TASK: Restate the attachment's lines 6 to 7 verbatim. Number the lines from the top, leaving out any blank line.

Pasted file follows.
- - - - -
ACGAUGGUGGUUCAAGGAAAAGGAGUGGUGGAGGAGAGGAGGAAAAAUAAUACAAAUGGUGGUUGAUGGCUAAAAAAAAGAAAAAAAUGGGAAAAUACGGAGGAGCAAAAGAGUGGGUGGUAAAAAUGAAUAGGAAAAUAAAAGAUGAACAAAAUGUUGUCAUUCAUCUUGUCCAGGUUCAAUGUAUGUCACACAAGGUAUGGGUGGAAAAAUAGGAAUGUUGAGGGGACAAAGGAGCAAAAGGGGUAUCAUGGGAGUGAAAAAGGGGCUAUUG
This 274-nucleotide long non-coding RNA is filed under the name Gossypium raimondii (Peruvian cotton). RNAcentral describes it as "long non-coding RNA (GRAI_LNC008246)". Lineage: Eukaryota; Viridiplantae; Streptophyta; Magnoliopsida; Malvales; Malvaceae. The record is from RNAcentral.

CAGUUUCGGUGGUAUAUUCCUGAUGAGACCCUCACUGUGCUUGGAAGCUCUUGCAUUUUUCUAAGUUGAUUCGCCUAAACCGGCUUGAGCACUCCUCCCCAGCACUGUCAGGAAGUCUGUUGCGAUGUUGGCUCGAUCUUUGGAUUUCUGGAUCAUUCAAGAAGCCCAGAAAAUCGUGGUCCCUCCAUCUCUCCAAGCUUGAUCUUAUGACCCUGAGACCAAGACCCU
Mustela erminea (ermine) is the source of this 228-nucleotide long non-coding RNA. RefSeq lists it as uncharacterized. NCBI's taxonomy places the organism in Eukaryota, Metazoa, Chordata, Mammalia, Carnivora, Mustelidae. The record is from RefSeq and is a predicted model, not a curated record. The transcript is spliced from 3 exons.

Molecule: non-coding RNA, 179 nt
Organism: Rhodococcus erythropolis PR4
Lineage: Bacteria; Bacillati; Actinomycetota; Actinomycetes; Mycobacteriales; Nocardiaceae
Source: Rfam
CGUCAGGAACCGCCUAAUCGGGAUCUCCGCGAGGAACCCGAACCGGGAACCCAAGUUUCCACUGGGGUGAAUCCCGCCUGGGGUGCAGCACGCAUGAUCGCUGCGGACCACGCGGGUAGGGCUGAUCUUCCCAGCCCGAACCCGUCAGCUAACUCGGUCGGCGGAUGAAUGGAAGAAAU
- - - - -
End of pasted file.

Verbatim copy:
Organism: Rhodococcus erythropolis PR4
Lineage: Bacteria; Bacillati; Actinomycetota; Actinomycetes; Mycobacteriales; Nocardiaceae